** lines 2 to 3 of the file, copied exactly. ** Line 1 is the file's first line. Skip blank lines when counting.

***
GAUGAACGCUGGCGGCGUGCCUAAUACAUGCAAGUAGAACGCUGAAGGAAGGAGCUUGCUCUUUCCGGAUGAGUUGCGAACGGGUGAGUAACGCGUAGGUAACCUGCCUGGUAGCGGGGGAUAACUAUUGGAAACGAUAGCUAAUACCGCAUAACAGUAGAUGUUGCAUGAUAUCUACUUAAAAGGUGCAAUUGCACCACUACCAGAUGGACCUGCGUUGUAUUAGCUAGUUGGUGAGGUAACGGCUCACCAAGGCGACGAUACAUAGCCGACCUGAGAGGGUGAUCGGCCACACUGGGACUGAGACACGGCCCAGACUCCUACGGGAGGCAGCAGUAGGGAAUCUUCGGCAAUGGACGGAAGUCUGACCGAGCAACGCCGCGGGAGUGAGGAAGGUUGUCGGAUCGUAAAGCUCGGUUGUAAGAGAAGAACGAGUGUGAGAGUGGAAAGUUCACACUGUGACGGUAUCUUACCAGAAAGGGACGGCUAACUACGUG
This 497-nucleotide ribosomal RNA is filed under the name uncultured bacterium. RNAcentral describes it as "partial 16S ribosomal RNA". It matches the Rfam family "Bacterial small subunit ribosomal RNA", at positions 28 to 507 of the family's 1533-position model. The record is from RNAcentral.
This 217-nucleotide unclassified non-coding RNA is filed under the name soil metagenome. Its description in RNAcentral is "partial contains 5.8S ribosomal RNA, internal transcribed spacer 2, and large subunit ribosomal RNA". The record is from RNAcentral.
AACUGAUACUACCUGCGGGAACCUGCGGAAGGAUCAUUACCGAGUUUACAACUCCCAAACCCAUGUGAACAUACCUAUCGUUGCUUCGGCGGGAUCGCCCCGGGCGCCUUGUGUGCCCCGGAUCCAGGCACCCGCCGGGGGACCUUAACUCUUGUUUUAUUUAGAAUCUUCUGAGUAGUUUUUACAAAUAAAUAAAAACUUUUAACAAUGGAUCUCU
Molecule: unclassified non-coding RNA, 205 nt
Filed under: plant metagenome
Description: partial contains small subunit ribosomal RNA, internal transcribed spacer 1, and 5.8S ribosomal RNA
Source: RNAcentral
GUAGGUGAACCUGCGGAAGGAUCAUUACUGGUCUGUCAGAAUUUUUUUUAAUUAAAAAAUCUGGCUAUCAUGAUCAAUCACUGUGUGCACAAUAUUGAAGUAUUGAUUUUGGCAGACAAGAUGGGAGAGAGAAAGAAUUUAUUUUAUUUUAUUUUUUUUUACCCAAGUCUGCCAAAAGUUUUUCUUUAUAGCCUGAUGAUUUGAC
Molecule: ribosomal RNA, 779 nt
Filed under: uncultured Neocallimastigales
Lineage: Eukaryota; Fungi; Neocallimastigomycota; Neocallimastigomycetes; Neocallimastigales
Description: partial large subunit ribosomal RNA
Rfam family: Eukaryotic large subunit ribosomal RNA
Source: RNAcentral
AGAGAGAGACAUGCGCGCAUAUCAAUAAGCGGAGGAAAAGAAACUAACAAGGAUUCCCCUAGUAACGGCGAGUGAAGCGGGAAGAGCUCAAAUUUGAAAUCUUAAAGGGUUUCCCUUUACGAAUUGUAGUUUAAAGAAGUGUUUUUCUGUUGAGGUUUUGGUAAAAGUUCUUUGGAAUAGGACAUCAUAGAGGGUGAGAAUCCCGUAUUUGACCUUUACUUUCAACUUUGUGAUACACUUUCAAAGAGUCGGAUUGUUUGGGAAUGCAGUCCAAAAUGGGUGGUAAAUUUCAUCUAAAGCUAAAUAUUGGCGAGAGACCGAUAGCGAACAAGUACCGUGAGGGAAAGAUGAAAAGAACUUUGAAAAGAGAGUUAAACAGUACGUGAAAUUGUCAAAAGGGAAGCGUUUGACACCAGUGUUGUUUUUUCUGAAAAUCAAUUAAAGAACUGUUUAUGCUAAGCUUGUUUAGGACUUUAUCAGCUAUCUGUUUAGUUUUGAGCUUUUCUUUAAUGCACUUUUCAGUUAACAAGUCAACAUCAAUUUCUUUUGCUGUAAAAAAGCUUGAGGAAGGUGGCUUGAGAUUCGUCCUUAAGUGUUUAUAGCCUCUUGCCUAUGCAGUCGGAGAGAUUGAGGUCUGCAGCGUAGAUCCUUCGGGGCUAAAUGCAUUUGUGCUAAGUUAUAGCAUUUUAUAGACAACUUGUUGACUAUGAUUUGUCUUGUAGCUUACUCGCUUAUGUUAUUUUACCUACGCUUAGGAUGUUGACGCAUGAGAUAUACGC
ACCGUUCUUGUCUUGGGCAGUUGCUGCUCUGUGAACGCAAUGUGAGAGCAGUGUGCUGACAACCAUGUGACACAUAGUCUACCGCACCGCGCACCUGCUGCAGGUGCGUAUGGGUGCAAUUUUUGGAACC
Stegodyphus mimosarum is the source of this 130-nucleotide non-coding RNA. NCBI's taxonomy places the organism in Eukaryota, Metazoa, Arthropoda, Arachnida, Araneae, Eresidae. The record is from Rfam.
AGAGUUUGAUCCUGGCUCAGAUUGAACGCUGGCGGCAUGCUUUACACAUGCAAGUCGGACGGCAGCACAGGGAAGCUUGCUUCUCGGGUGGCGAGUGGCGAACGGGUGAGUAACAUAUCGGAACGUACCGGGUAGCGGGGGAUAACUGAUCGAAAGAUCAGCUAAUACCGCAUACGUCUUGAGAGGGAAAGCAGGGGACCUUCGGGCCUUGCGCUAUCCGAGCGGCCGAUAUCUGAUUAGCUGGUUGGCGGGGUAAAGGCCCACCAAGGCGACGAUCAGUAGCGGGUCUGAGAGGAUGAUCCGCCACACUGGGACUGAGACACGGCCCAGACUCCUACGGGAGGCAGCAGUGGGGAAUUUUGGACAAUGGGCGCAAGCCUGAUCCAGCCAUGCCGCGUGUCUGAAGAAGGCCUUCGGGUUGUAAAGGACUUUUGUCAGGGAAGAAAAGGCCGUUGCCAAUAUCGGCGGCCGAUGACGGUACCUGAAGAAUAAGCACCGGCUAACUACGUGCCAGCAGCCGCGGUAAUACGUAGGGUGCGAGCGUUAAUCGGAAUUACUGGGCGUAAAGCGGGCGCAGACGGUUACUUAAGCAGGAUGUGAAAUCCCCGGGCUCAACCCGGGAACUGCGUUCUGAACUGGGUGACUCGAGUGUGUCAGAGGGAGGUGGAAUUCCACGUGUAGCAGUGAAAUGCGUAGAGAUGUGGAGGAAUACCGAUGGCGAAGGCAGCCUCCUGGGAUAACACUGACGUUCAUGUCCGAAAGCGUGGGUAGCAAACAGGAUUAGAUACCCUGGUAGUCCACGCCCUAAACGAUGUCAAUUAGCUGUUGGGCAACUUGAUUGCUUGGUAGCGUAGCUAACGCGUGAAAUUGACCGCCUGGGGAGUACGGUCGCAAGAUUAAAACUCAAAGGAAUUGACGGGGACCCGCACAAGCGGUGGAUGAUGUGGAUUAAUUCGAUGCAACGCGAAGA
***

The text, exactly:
This 497-nucleotide ribosomal RNA is filed under the name uncultured bacterium. RNAcentral describes it as "partial 16S ribosomal RNA". It matches the Rfam family "Bacterial small subunit ribosomal RNA", at positions 28 to 507 of the family's 1533-position model. The record is from RNAcentral.
This 217-nucleotide unclassified non-coding RNA is filed under the name soil metagenome. Its description in RNAcentral is "partial contains 5.8S ribosomal RNA, internal transcribed spacer 2, and large subunit ribosomal RNA". The record is from RNAcentral.